Is it time to Further the Conversation on Menopause in the Workplace?
As it’s Menopause Awareness Month we’ve partnered with Tania Hemming, a menopause coach who works with employers to help them retain talent through this stage of life.
Is it time to further the conversation on menopause in the workplace?
Menopause has been receiving a lot of media attention of late, and with very good cause. By 2030, it’s estimated that the number of people who are menopausal and postmenopausal will number 1.2 billion – that’s 15% of the global population.
In addition to this, 47 million people will begin their menopause journey each year. In the UK, that tends to happen on average from women’s early 40s to early 50s – often coinciding with some of our most senior and significant career years.
And yet, roughly 10% of the workforce will leave their job due to the menopause – equivalent to more than a million people in 2022.
As women over the age of 50 are becoming the fastest-growing population in the workforce, one thing is clear: companies that want to hold on to talented, experienced employees must do more to support them as they go through this stage of life.
October is Menopause Awareness Month, though as with all things, menopause support needs to be a daily commitment on the part of companies that wish to retain talent.
Despite this, a third of all employers don’t feel equipped to support staff going through menopause.
The Menopause: Translated
So what is ‘The Menopause’? Put simply, the menopause occurs when you haven’t had a period for 12 consecutive months. Caused by a change in hormones, your periods stop, and your ovaries lose their reproductive function.
There are three stages of the menopause: perimenopause, menopause, and post-menopause.
Perimenopause is when your hormone levels start decreasing and you may start to experience symptoms.
Menopause occurs when you haven’t had a period for one year and, interestingly, lasts for just one day! After this, you are considered post-menopausal.
Post-menopause is defined as the rest of your life after menopause, where you may experience lingering symptoms, or these may stop altogether.
A person’s physical, emotional, mental, and general wellbeing can be impacted by the menopause. It quite literally affects anyone who has a female reproductive system: 51% of the population.
What are the symptoms?
Eight out of 10 women experience most of the common symptoms. These include, but aren’t limited, to hot flashes/flushes, night sweats, insomnia, joint pains, irritability, low mood, loss of libido and memory problems. However, there are reportedly 62 symptoms associated with menopause and some that might surprise you.
Things like sensitivity to noise, dry eyes, restless legs, feelings of rage, tinnitus, frozen shoulder, burning mouth and body odour change can all be signs of the menopause.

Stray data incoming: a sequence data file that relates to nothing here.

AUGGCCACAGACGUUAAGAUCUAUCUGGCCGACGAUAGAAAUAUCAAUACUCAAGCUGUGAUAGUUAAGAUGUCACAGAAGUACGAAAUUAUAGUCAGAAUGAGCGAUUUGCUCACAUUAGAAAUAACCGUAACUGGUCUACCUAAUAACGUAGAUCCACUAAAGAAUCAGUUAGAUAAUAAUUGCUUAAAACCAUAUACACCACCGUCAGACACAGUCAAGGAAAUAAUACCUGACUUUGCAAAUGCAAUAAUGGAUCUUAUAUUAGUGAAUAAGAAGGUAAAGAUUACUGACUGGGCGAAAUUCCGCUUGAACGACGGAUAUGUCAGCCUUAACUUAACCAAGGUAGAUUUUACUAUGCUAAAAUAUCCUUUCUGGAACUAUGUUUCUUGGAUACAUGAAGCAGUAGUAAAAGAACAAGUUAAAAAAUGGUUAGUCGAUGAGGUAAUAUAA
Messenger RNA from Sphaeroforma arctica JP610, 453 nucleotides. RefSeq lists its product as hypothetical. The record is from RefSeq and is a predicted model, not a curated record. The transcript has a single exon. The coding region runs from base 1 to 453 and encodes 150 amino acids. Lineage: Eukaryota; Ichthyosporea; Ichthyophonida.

Brain fog and memory issues
Recent research from 6000 women shows the most common symptom experienced during menopause was ‘brain fog’. A total of 87% of women experienced brain fog, which is described as poor concentration, feeling confused, ‘fuzzy’ thinking, forgetfulness, lost words, and mental fatigue.
The second most common symptom was ‘memory issues’ – reported by 77% of respondents. With so many experiencing brain fog and memory issues, it is little wonder that people have a crisis of confidence, with one in 10 leaving the workforce due to menopause.
This has a huge impact not only on organisations, but on the individuals themselves. So many women know very little about the menopause before they begin their journey, and often do not realise that their symptoms are caused by this change in their lives. Being unprepared or taken by surprise like this can cause people significant anxiety, stress, or even fear.
How employers can help
With 10% of the workforce leaving year-on-year, organisations have a duty to support staff who experience the menopause. Not only does menopause support defend against loss of talent, it also normalises a subject that many still consider taboo.
Companies must first educate their workforce so that people are better equipped to recognise and manage their menopause journey and advocate for their needs. Secondly, employers need to ensure the right support is provided on a daily basis.
Awareness and flexibility are key for companies that retain and nurture female talent through this season. Awareness enables people to ask for support, and flexibility ensures that, despite any symptoms, people can still contribute their skills and knowledge.
Flexible working practices, environments, and personal approaches to the workday can be the difference between staying with a company or handing in your notice. Many organisations are at the start of their own menopause journey, as they begin to understand what support needs to be provided.
Top tips for employers
- Develop your own knowledge and understanding of menopause.
- Destigmatise the language when referencing menopause.
- Create open dialogue to foster an inclusive culture- just talking about menopause can reduce stress and anxiety for those impacted.
- Understand the policies you already have that can provide support, such as flexible working, extended periods of leave, workplace adjustments, occupational health services and wellbeing programmes.
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